Panic! At the Disco don’t panic under pressure in Boston

A review of Panic! At the Disco at the House of Blues on January 31, 2014

, Contributing Writer

Holy exclamation points, Batman!  Pop punk favorites Panic! At the Disco rolled into Boston’s House of Blues last Thursday for a party promoting their fourth album Too Weird to Live, Too Rare to Die!. Led by eccentric frontman Brendon Urie, the band packed a set filled with cuts from the new album that were mostly well received by the jubilant capacity crowd.

Pressing towards the stage from the beginning of the set, the crowd formed underneath the venue’s gorgeous stage, adorned with images representing various world religions, centered around an image that declares “All are one – who do you love?” For at least the next ninety minutes, it was clear that the crowd loved Urie, who has been outspoken about leaving the Mormon church and professing music as his religion.

The Las Vegas-bred frontman brought a touch of his hometown to his wardrobe, donning a sparkly gold leather jacket and black leather pants to complement his resonant, haunting vocals. The man was born to entertain and was a firecracker from the start of the show as he stormed the stage and set the crowd into a frenzy for set opener “Vegas Lights”, the first of several crowd-pleasers from the band’s new album Too Weird to Live, Too Rare to Die!.

The set raced on through a massive performance of their classic “Time to Dance”, flooding the venue with overwhelming red light. “Ballad of Mona Lisa”, with its’ creepy xylophone intro, was the perfect bridge to “The Only Difference Between Martyrdom and Suicide is Press Coverage”, which features arguably the best hook of their entire catalog.  The band sounded incredibly tight on the track, notably bassist Dallon Weekes, but Urie clearly mailed it in on the rangy high notes in the chorus, preferring to save his vocal cords for the rest of the set.

Midway through the show, Urie took measures to keep the crowd entertained, clearly understanding the flow of the set.  Towards the end of “Let’s Kill Tonight”, the singer showed his diversity, momentarily bumping the drummer off his kit and hopping in for a drum fill that was well received.  Too Weird to Live, Too Rare to Die!’s lead single “Miss Jackson” was arguable the crowd favorite of the evening, as the crowd froze in place for an extended period of time in front of a red backdrop, which left the crowd stopped in suspense.  But it was another new single in “This is Gospel” that proved to be the best of the night.  Before a backdrop of cathedral windows, the songs made excellent use of auto-tune on the chorus, while Urie coolly played a white Telecaster.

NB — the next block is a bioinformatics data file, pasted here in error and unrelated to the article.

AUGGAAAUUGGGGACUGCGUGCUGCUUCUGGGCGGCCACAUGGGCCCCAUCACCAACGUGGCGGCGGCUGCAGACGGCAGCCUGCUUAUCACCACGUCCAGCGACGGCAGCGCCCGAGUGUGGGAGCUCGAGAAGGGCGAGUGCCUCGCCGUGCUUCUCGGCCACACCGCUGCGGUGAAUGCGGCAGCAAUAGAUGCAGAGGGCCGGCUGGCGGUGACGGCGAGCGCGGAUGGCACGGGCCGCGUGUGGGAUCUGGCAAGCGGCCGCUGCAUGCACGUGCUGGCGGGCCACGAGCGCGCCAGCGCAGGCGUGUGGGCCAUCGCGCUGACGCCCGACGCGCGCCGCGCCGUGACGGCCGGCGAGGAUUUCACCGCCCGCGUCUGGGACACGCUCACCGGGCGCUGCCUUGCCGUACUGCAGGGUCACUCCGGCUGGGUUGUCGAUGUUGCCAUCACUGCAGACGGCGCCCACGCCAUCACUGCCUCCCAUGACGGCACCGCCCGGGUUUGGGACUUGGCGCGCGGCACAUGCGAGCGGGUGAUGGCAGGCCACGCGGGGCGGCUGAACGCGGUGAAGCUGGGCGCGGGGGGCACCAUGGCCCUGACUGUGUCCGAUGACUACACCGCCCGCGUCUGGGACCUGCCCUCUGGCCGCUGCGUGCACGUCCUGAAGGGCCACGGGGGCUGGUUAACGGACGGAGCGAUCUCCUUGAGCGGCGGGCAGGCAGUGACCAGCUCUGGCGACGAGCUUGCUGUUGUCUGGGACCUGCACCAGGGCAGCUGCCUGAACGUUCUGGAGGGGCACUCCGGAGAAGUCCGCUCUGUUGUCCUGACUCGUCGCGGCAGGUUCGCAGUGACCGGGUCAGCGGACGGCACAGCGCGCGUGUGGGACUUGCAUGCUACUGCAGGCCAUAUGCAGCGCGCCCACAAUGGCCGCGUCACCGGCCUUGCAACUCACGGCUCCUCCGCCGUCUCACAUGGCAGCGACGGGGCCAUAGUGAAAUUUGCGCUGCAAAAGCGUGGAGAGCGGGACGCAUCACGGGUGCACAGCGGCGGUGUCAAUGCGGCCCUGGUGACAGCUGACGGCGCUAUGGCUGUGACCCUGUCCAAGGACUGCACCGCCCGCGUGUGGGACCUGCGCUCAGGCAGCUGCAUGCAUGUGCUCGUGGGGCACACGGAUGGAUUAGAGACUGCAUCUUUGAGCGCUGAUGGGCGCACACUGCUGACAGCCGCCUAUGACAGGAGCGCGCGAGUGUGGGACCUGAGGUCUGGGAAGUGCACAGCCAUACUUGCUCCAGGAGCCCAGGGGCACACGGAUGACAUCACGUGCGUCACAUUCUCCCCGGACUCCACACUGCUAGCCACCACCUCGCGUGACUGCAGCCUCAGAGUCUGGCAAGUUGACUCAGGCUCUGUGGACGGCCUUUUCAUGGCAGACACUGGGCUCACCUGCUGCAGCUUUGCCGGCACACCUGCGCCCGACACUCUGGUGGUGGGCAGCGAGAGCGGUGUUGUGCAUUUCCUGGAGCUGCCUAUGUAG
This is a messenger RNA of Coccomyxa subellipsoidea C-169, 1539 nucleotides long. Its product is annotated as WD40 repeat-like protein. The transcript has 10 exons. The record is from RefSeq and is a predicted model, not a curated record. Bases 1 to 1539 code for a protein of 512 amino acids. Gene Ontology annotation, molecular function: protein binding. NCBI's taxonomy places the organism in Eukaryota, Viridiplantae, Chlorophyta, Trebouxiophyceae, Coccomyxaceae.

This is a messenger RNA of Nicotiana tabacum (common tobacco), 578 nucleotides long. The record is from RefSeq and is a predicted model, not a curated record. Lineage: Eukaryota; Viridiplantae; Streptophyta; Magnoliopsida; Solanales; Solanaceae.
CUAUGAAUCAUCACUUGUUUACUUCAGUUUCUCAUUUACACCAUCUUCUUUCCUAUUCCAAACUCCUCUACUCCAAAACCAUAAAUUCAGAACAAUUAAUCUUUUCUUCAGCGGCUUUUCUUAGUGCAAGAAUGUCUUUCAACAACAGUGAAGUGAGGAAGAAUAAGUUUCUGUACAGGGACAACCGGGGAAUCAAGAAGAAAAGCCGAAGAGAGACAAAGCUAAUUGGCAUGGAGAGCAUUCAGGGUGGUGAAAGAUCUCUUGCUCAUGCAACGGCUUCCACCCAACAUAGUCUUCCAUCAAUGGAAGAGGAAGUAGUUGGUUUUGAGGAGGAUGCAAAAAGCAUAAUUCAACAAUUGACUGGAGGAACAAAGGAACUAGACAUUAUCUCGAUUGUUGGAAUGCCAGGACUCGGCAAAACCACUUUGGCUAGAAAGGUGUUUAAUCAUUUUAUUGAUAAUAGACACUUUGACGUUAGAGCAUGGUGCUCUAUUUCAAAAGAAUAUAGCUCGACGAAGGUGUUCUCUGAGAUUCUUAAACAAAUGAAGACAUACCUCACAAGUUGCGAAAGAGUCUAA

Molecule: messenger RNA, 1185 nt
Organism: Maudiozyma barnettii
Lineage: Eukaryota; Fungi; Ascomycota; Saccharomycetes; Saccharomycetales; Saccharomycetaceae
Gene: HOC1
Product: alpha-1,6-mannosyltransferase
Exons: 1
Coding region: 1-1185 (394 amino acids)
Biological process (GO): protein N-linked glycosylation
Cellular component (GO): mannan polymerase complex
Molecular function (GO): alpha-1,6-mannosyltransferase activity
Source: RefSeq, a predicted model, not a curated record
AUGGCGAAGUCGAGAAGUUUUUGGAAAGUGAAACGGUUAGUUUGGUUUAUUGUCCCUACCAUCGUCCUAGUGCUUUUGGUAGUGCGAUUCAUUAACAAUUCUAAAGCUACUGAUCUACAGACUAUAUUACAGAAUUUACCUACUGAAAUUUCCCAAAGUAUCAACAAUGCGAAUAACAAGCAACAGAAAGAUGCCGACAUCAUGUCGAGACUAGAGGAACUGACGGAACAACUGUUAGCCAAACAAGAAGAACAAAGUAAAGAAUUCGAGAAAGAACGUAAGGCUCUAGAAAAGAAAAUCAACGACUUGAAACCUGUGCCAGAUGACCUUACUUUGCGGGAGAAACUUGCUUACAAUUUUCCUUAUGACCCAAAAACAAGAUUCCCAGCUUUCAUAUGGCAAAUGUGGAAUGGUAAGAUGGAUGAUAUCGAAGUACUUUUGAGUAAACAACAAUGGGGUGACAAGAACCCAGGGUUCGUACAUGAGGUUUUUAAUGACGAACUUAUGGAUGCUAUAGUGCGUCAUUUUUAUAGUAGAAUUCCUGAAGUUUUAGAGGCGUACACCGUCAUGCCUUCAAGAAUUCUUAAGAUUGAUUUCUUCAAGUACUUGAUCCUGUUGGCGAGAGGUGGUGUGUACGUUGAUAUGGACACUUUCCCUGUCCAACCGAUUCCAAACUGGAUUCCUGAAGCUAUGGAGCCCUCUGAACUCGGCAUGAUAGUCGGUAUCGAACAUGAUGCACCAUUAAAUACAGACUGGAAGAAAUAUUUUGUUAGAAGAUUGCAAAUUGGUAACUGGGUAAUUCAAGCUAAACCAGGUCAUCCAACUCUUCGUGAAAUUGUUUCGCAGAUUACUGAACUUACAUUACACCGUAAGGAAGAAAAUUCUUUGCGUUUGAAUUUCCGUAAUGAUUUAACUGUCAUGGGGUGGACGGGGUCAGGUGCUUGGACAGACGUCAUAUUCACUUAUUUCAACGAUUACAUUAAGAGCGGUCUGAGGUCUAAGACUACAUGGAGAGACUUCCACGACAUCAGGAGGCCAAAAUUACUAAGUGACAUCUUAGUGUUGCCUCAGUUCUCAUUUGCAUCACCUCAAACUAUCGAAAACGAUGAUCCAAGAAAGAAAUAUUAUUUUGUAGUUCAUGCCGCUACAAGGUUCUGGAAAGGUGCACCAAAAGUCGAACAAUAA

The main set closed with an extremely questionable choice of “Nearly Witches”, a slow, strange choice that left the band awkwardly walking off the stage to few cheers after being adored for well over an hour. They would have been much better off closing with “But It’s Better If You Do” that preceded it, which had a noticeable energy and a massive, poppy hook in the chorus that would’ve been a perfect walk-off moment.

Urie reappeared for the two-song encore shirtless, a cheap though effective ploy to reenergize the crowd after the near train-wreck that closed the main set.  A pretty average rendition of “Girls/Girls/Boys” got things going. The band tried to spice things up with racy images of shadows behind shower curtains racing across the video screen, but to no avail.  Only moments later, during the fan favorite set closer “I Write Sins Not Tragedies”, irony swept in as panic literally overtook the disco.  Halfway through the track, Urie cut the song short mid-sentence, which many first thought to be some sort of gimmick from the crowd reactions. Urie hushed the crowd and his bandmates to call in medics to attend to a girl in the front row who had gone down and was convulsing on the floor.  After a frenzied time of confusion and getting the girl the help she needed, Urie exclaimed “thank f—ing God” before returning to the regularly scheduled programming.

After ensuring the girl was safe, the band made amends for the situation by pleasing the crowd with teasers of Journey’s “Any Way You Want It” and AC/DC’s “You Shook Me All Night Long”, which sounded surprisingly strong given that they clearly weren’t in the original plans for the evening. A restart of “I Write Sins Not Tragedies” closed the show, featuring an extended crowd sing-along and a backflip off a stage monitor from Urie that left the crowd satisfied.

While one can argue how much shelf life remains for Panic! At The Disco, Thursday’s show in Boston proved that as long as Brendon Urie is at the helm, the band will continue to shine, lasers, sparkles, vocals and all.

1.Vegas Lights
2. Time to Dance
3. The Ballad of Mona Lisa
4. The Only Difference Between Martyrdom and Suicide is Press Coverage
5. Let’s Kill Tonight
6. This is Gospel
7. Camisado
8. Hurricane
9. New Perspective
10. Casual Affair
11. Ready to Go (Get Me Out of My Mind)
12. Miss Jackson
13. Nine in the Afternoon
14. The End of All Things
15. Lying is the Most Fun a Girl Can Have Without Taking Her Clothes Off
16. Nicotine
17. But It’s Better If You Do
18. Nearly Witches (Ever Since We Met…)
19. Girls/Girls/Boys
20. I Write Sins Not Tragedies

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